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Richard Blyth: Planning and transport

Richard Blyth FRTPI is the RTPI’s Head of Policy, Practice and Research. This is the third in a series of weekly blog posts from Richard on the RTPI’s key asks of the government concerning its proposals for reform of the planning system. Read the first post here and the second here.

The planning system in England is focused on the allocation and granting of permission on land to deliver homes and commercial development. It has not to date given such strong consideration to the impact on carbon emissions or the important role of placemaking in facilitating local living.

Meanwhile, the transport planning system often remains constrained by the traditional approach of predicting demand and providing road capacity to meet it, instead of focusing on trip reduction and the promotion of active and public transport as genuine alternatives to the private car. The transport and land use planning systems are therefore dependent on each other to deliver the outcomes we need, but each has often operated in isolation.

Transport Decarbonisation Plan

Given this backstory, you can imagine I was excited to see the publication yesterday of the UK Government’s Transport Decarbonisation Plan. With the planning reform also being advanced by the Government, there is a real opportunity to change how we approach transport planning for the better, integrating net-zero into planning from the outset and equipping developers with the tools, policies and security to decarbonise transport.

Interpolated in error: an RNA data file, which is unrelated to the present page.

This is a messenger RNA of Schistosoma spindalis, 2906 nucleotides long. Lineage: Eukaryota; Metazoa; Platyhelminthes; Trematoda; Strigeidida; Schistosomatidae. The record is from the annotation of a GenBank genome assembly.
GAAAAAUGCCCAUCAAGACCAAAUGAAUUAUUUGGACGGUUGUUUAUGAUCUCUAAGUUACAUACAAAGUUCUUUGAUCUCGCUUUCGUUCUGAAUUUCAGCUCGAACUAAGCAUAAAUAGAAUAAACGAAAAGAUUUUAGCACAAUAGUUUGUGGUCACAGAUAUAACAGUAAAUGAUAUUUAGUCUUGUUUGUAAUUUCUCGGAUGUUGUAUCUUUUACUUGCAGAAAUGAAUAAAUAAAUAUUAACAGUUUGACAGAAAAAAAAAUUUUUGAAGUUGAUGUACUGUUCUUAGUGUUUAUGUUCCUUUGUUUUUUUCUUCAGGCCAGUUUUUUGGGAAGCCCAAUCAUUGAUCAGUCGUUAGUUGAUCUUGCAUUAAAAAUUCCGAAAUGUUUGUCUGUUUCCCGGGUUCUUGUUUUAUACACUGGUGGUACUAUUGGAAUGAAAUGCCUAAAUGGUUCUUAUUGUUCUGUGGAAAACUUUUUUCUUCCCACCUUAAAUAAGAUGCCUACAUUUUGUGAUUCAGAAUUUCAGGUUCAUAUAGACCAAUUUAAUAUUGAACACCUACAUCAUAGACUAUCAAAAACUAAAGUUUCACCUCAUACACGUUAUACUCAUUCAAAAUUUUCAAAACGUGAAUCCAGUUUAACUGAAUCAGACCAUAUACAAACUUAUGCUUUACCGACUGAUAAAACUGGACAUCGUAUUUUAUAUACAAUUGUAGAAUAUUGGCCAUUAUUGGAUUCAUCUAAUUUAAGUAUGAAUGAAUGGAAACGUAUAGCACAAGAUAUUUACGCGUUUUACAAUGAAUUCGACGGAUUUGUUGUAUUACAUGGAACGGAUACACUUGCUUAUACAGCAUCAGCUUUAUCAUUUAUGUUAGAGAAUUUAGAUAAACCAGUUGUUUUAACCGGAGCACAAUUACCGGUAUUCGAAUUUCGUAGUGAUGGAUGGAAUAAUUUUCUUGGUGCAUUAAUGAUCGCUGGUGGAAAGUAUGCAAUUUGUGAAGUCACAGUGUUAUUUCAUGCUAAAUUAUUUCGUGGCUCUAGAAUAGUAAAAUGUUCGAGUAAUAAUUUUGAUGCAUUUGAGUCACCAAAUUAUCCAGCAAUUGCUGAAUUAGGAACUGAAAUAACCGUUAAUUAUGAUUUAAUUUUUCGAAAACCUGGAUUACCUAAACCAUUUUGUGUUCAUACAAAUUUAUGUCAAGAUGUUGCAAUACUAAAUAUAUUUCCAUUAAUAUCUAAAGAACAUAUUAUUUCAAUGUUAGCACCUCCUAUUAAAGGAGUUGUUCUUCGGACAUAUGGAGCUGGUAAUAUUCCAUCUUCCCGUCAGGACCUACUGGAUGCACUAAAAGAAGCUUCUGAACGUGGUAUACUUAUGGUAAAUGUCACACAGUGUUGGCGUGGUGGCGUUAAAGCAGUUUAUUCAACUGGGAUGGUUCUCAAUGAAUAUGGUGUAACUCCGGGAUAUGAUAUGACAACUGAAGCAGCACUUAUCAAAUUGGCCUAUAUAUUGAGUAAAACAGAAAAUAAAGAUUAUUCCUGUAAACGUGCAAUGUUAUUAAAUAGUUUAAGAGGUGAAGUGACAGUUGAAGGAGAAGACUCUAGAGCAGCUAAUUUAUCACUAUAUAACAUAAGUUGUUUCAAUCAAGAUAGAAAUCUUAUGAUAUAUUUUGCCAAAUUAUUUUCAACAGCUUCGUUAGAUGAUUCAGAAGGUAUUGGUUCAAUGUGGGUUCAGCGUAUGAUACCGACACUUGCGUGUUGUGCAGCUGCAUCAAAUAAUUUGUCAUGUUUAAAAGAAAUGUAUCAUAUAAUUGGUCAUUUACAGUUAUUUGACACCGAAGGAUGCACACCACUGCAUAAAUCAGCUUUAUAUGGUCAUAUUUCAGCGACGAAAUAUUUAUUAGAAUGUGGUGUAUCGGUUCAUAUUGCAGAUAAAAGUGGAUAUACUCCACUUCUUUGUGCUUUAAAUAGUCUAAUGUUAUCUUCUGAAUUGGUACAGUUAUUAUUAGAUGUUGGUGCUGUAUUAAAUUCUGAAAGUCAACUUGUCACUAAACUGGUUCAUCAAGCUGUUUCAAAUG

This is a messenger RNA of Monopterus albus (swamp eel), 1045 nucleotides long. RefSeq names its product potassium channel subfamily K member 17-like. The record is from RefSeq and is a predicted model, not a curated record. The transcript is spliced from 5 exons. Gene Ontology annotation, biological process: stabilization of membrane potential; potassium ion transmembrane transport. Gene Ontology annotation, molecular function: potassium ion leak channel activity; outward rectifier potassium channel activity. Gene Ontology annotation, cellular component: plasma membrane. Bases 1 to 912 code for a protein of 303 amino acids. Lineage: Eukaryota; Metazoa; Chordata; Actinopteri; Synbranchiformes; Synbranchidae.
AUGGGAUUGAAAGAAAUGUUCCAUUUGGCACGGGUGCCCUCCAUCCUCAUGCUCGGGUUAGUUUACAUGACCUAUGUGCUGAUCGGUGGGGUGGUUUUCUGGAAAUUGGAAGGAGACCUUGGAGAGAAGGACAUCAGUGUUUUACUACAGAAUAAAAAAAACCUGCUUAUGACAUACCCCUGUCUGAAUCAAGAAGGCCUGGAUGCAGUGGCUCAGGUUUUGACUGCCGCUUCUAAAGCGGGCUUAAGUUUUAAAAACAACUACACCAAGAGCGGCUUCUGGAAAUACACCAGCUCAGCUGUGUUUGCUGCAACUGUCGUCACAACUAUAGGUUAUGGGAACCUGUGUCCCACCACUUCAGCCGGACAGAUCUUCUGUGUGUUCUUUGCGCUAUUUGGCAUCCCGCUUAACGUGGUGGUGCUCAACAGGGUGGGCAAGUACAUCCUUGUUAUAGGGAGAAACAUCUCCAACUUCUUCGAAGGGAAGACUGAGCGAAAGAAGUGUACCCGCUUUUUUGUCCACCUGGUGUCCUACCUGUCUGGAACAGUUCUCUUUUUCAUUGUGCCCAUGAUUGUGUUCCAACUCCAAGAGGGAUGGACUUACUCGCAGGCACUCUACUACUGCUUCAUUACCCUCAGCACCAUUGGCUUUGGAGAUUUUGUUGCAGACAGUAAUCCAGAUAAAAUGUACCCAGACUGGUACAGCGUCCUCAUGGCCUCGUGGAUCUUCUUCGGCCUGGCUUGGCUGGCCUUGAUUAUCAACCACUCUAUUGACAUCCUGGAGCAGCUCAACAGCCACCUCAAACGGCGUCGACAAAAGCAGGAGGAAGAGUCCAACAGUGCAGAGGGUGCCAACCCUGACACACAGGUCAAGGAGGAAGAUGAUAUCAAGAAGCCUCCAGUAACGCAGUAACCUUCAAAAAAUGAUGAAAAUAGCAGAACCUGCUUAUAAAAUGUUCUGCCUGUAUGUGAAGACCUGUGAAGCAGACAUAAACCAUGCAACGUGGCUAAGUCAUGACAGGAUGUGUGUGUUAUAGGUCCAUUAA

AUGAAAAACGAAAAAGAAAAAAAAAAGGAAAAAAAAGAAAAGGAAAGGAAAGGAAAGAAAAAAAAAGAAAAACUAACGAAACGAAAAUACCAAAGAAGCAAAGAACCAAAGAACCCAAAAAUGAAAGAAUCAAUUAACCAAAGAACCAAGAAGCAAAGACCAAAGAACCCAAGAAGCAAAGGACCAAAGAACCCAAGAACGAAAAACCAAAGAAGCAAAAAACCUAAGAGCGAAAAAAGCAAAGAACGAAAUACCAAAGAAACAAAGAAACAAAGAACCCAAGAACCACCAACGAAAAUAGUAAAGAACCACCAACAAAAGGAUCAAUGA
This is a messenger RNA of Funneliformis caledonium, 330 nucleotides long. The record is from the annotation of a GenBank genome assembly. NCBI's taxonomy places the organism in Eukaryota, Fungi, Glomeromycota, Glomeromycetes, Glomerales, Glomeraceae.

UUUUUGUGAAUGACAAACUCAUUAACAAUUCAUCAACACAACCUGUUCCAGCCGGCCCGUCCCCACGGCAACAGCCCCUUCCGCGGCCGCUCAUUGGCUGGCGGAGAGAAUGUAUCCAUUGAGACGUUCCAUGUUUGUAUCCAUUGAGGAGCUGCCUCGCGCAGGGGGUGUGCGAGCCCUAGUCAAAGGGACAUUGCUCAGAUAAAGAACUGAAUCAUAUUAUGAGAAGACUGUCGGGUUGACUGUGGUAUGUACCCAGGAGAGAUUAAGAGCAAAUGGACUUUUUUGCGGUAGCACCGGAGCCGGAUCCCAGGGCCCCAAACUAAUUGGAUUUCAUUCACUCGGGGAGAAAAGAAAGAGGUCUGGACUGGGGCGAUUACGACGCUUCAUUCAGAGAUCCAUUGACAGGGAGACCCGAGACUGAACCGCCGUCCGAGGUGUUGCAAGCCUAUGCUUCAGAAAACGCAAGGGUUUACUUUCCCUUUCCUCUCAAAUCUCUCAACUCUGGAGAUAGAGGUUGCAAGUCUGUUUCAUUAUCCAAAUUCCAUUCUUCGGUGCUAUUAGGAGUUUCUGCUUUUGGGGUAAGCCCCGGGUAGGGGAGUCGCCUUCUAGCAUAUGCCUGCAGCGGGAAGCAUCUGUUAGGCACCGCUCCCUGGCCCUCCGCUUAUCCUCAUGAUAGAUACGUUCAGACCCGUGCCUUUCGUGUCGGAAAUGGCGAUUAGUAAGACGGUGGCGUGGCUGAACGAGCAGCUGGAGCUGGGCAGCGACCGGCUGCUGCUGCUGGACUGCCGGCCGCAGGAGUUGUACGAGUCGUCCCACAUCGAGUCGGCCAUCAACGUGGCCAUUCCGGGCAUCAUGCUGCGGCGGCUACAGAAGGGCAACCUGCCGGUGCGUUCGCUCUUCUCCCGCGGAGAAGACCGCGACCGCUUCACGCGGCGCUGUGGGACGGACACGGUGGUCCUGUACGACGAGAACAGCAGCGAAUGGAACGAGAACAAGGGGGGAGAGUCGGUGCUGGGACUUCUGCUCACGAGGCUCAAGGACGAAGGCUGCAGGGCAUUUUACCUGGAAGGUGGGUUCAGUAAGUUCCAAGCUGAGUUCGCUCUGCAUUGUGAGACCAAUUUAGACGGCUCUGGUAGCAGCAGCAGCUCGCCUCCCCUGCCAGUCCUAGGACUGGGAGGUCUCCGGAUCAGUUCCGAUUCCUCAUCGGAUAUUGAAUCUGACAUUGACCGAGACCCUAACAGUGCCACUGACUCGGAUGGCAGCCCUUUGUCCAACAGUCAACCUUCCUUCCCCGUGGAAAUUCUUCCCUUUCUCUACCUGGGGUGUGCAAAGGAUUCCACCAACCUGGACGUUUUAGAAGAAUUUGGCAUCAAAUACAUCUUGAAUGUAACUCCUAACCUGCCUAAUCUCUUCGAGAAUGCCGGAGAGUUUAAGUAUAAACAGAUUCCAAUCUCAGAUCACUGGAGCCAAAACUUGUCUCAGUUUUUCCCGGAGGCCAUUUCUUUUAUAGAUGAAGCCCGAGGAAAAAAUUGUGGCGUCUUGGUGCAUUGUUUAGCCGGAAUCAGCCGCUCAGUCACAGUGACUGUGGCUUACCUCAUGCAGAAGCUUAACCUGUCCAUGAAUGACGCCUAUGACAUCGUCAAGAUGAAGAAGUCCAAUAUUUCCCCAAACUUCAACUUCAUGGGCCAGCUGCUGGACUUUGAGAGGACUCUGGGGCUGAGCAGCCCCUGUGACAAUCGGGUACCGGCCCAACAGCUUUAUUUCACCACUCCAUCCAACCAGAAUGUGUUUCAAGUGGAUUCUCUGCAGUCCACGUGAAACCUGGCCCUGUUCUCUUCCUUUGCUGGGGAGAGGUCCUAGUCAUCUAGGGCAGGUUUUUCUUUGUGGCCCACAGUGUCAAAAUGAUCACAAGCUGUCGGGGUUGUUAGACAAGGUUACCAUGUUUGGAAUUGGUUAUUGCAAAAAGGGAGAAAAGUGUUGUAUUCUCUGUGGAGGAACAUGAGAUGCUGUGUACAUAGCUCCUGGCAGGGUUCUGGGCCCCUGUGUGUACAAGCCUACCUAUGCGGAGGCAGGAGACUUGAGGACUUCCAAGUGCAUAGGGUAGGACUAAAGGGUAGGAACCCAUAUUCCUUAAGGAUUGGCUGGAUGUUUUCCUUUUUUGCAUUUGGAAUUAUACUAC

So have we finally reached the working together which was glimpsed when the Department for Transport and the government’s planning responsibilities were in the same department (from 1997 to 2001)?

Well yes – and no.

On the plus side, the Transport Decarbonisation Plan says:

We will embed transport decarbonisation principles in spatial planning and across transport policymaking

And why is this necessary?

The Government wants walking, cycling or public transport to be the natural first choice for journeys. Where developments are located, how they are designed and how well public transport services are integrated has a huge impact on whether people’s natural first choice for short journeys is on foot or by cycle, by public transport or by private car. The planning system has an important role to play in encouraging development that promotes a shift towards sustainable transport networks and the achievement of net zero transport systems. Traffic issues have often caused opposition to housebuilding. There is a legacy of developments that give people few alternatives to driving, are difficult to serve efficiently by public transport and are laid out in ways which discourage walking and cycling. Developments which are planned to minimise car use, promote sustainable transport choices, and are properly connected to existing public transport could help make new building more publicly acceptable.

It would certainly be great if national planning policy encouraged the best locations for development rather than the ones which can ‘deliver’ housing most quickly. Our Location of Development research has kept track of this issue and the third edition of this is expected shortly.